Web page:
Country strong sound

A review of NQ Arbuckle’s latest album

NQ Arbuckle has been nominated for a Juno Award.
NQ Arbuckle has been nominated for a Juno Award.
Credit: 
Supplied by Gregory White

With vocals that seem both soothing and angry, and a togetherness that makes their sound effective at evoking both nostalgia and cheer, Toronto-based band NQ Arbuckle’s latest album The Future Happens Anyway is a hidden treasure within the country-rock genre.

Their latest album came out earlier this year, and is yet another seamless example of the band’s ultimate mastery of their style.

With a typical country twang to his voice, lead singer Neville Quinlan (the NQ in NQ Arbuckle) roars in with the first song “Back To Earth”. What sets Quinlan’s voice apart from other country rock singers is the passionate growl to which the listener is immediately introduced.

The second song “Red Wine” picks up the tempo midway through the song as the banjos begin to sound and the acoustic guitar picks up its pace.

“Art O’Leary”, the first ballad on the album’s constructed in the typical style of a melancholy country serenade, paying tribute to the passing of a loved one. The song manages to remain emotional while keeping true to the country-rock theme of the album.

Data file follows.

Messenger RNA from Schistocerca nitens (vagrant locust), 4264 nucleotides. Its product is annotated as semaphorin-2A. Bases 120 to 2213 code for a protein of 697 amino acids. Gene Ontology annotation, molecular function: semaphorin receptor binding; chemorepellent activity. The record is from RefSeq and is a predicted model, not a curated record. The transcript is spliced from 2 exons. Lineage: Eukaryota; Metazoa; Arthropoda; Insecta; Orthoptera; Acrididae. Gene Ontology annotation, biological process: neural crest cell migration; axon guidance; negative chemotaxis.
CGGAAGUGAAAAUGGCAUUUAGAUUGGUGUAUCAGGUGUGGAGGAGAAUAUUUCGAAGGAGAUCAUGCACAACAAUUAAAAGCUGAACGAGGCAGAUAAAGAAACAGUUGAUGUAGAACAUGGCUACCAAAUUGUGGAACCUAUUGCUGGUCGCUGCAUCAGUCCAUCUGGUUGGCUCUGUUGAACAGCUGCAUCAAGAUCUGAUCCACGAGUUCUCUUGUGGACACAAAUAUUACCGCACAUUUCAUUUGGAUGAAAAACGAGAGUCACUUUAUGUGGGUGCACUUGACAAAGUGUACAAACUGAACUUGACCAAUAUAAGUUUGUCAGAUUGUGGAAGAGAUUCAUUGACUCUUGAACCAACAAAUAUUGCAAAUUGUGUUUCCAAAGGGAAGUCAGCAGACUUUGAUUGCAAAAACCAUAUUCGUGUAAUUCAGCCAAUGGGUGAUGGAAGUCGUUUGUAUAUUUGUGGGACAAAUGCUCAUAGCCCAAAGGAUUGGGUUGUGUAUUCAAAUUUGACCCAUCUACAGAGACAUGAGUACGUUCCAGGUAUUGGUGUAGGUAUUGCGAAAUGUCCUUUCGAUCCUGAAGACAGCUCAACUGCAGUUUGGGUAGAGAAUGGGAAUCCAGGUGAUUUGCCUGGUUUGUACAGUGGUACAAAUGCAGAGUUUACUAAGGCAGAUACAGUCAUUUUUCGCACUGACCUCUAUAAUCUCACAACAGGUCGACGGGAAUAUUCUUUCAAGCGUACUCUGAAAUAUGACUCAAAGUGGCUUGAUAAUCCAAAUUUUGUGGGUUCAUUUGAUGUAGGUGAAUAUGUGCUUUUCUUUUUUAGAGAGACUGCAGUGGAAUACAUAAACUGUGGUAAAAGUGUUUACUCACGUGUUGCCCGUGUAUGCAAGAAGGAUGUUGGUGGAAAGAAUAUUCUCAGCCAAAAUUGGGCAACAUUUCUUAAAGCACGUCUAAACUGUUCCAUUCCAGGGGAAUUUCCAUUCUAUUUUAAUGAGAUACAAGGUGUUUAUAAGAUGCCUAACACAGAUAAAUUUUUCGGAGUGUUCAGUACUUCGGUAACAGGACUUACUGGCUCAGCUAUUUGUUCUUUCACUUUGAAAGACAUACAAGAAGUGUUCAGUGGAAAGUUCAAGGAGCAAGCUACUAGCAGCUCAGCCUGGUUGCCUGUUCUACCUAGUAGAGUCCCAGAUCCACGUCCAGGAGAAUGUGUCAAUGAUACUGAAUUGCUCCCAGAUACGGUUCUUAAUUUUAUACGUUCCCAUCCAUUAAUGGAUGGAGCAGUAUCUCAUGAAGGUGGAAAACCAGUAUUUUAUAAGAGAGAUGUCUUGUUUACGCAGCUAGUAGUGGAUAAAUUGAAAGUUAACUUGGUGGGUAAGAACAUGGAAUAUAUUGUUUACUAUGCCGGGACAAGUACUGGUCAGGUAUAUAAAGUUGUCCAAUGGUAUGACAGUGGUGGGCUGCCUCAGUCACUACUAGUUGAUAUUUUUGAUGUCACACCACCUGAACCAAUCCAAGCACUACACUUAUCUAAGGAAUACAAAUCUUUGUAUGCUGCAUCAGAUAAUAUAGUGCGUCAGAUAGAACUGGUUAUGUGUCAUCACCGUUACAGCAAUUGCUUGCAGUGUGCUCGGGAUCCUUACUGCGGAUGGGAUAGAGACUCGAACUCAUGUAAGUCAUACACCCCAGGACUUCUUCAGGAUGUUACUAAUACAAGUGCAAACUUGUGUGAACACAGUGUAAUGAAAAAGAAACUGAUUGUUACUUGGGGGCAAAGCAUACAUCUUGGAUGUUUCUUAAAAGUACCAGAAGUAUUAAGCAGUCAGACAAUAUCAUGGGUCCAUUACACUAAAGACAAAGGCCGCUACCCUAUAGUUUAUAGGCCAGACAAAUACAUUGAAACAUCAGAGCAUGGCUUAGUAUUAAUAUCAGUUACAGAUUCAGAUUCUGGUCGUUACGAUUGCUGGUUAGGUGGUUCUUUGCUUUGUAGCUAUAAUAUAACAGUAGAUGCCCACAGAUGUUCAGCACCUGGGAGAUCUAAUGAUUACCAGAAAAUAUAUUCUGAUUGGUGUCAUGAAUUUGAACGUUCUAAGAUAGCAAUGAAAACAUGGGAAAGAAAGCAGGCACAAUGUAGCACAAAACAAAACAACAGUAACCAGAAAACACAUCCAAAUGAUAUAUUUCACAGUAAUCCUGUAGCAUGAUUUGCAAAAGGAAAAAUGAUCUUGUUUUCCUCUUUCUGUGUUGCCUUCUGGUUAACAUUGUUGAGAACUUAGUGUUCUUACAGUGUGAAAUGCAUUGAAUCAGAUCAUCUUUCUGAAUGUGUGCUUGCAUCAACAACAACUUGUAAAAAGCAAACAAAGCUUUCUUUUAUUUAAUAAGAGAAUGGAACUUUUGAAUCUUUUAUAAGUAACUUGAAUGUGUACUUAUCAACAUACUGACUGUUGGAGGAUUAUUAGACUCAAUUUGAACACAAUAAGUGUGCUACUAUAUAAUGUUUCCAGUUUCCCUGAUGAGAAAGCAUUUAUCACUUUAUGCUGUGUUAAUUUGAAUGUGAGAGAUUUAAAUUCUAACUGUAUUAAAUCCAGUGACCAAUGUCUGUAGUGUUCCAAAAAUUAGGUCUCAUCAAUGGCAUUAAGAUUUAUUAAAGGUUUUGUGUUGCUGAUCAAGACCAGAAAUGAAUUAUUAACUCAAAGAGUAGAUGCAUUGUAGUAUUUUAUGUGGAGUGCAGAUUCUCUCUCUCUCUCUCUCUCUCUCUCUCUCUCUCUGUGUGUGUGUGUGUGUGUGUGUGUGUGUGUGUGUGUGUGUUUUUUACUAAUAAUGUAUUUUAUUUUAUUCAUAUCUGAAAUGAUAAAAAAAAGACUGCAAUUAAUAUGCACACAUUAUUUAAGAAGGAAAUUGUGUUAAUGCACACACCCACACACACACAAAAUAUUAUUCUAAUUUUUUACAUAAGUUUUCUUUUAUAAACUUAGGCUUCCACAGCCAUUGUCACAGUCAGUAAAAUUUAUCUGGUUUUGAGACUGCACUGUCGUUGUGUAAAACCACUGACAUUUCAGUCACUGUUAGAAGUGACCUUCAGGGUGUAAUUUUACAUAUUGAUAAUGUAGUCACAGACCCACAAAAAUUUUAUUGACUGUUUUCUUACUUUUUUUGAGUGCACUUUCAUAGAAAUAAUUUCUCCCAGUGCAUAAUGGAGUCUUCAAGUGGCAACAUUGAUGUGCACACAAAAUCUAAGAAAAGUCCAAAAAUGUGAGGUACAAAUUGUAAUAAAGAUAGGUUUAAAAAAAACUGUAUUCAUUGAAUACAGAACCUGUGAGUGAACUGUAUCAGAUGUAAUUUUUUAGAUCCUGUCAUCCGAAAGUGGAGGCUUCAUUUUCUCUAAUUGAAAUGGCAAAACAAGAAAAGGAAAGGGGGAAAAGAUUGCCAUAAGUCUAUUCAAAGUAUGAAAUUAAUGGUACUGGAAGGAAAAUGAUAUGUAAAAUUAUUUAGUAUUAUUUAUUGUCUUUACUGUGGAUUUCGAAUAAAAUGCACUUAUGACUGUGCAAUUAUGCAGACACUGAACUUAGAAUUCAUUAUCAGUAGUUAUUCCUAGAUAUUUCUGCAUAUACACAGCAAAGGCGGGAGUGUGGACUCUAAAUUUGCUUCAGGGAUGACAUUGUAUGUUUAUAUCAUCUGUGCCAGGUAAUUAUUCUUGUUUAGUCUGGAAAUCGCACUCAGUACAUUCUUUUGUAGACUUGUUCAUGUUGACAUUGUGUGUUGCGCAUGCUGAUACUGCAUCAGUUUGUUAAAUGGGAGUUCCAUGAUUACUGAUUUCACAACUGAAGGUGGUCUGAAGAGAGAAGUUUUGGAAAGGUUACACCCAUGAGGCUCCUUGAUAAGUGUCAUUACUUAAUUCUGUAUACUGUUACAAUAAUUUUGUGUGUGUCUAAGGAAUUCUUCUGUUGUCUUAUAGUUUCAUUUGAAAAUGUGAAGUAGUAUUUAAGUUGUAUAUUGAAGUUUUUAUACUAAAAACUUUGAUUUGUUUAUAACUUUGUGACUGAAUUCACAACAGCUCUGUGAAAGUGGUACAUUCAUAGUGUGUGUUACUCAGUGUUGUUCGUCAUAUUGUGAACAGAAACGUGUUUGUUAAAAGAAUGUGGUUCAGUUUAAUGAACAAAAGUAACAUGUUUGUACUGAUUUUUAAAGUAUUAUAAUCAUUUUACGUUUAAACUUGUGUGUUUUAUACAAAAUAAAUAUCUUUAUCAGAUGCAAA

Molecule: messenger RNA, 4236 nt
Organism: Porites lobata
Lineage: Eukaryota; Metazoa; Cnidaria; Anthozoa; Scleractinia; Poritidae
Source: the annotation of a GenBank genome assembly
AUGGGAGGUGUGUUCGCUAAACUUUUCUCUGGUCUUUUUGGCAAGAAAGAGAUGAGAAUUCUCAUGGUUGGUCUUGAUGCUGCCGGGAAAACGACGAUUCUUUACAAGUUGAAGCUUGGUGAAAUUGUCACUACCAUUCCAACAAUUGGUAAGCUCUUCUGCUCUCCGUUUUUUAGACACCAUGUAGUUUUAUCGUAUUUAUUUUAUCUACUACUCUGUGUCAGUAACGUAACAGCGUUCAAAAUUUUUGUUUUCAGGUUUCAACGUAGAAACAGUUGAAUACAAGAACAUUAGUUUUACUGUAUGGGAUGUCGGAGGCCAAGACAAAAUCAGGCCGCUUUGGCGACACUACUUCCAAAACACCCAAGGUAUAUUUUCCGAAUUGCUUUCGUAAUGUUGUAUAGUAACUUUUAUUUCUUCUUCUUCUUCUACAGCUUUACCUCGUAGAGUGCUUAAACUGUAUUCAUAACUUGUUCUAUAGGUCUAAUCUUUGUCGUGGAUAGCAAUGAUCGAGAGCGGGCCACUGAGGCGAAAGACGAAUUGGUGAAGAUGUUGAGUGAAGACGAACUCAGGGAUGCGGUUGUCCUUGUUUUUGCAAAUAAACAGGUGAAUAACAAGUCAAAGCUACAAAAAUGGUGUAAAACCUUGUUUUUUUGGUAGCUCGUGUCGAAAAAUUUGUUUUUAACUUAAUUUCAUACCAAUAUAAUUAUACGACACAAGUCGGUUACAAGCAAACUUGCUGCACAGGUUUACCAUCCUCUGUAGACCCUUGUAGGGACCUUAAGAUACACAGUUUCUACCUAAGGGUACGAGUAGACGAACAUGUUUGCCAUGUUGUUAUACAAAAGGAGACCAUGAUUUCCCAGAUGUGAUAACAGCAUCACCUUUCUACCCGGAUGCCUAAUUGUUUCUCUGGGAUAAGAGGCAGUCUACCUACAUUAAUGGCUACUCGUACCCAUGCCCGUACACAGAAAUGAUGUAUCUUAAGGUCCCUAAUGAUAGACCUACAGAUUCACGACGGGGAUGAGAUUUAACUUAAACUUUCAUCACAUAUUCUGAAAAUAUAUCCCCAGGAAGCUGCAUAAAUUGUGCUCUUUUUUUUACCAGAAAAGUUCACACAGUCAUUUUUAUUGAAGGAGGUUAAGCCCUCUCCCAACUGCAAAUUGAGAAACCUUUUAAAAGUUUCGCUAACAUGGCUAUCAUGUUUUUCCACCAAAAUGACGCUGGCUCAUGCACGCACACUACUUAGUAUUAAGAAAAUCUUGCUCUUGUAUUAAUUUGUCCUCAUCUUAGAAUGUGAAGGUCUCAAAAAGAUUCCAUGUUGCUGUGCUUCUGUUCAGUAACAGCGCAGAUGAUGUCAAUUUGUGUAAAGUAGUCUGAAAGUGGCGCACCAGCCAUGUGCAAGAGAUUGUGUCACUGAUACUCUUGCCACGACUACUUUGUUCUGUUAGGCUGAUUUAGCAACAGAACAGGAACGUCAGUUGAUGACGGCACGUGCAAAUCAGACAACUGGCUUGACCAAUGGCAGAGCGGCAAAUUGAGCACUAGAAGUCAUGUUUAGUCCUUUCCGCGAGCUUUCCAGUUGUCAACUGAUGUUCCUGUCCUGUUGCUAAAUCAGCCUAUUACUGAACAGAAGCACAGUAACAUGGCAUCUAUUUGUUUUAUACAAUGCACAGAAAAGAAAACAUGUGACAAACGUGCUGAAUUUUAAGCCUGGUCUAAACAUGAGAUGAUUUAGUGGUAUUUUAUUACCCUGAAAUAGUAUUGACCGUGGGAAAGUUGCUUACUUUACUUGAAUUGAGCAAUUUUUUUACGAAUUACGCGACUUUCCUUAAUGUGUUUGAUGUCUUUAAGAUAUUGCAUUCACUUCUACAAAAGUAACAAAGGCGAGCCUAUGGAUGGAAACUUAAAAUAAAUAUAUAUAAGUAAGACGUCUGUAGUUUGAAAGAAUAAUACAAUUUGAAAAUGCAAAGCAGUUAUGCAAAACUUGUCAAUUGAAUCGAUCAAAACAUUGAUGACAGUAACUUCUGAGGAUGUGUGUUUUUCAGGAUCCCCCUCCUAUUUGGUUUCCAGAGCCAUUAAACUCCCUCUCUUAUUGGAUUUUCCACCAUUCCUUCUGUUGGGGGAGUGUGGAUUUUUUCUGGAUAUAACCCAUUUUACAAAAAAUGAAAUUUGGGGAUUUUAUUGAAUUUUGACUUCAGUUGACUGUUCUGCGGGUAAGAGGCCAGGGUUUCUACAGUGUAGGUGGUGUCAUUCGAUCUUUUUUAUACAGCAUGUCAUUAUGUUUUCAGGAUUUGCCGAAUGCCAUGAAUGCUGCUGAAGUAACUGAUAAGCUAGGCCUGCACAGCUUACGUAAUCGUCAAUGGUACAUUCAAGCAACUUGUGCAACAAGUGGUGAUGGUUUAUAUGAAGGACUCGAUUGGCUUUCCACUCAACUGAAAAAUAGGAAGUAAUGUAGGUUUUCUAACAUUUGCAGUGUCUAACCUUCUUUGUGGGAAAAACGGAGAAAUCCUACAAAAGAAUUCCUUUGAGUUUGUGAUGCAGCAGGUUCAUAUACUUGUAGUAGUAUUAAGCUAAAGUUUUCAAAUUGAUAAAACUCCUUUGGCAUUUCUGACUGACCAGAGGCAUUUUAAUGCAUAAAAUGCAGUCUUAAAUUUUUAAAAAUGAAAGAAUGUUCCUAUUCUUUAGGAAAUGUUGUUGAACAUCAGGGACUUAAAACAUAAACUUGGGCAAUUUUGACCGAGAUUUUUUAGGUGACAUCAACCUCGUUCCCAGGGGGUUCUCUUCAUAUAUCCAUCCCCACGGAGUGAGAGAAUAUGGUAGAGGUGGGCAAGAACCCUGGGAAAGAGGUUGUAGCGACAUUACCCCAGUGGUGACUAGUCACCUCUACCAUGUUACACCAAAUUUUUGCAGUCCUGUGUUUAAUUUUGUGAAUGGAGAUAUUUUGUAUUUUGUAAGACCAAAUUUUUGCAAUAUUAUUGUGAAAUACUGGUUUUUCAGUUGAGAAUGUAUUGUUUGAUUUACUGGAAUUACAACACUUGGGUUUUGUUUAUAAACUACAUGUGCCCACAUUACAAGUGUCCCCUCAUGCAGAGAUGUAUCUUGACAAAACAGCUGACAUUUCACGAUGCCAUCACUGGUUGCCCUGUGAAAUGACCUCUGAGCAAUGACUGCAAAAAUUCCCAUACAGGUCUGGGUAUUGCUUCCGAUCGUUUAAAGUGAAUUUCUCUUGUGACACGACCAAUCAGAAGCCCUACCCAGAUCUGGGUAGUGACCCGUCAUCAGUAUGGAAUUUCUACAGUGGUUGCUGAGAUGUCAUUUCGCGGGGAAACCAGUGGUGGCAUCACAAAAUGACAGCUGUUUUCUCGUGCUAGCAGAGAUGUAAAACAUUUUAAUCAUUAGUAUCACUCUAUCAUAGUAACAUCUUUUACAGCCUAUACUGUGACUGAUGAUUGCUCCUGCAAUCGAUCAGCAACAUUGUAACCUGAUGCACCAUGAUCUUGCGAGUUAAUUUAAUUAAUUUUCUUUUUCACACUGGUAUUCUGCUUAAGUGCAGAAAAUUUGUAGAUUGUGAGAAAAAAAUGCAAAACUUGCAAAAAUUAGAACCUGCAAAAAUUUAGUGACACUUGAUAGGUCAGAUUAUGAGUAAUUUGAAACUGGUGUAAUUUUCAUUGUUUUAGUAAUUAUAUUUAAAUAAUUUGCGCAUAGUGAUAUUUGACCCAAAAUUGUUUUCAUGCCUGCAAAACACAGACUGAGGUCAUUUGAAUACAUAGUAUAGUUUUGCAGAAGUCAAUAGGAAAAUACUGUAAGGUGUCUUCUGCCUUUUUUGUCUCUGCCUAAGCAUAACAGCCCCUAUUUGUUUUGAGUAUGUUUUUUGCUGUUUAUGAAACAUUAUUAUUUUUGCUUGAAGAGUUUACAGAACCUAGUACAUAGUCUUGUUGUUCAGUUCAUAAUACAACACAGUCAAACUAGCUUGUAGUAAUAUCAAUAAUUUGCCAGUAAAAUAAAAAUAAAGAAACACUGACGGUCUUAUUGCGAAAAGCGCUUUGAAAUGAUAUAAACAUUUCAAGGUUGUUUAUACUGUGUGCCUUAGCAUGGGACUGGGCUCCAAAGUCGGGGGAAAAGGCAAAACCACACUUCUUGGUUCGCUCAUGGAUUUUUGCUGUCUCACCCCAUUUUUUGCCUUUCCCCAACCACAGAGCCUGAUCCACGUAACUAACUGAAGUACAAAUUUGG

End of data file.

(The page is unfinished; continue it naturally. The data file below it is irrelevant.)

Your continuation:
The middle section of the album is marked by change, alternating back and forth between upbeat punchy rock anthems like “Life Boat (Song for Carolyn Mark)”, slower but equally as powerful love ballads like “Hot Shot” and “Rotary Phone” and hauntingly mellow numbers such as “I Wish That My Sadness Would Make You Change”, “The Civil War is Over” and “Eternal Father Strong to Save”. This part of the album keeps listeners on their toes. No two songs sound the same. A lack of unity isn’t always a good thing in terms of the overall quality of an album, but NQ Arbuckle manages to make it work.

Finishing off strong with the most moving number of the album, “Sleepy Wife”, Quinlan croons his way through at a steady and reluctant pace to leave the listener feeling sombre but also with a sense of closure as they delve deeper into thought and emotion.

Overall, the album goes through several different phases. Whether cheery and upbeat, leisurely and pensive, or somber and silky, The Future Happens Anyway has a little something for everyone.

NQ Arbuckle plays at the Mansion on Sept. 13.

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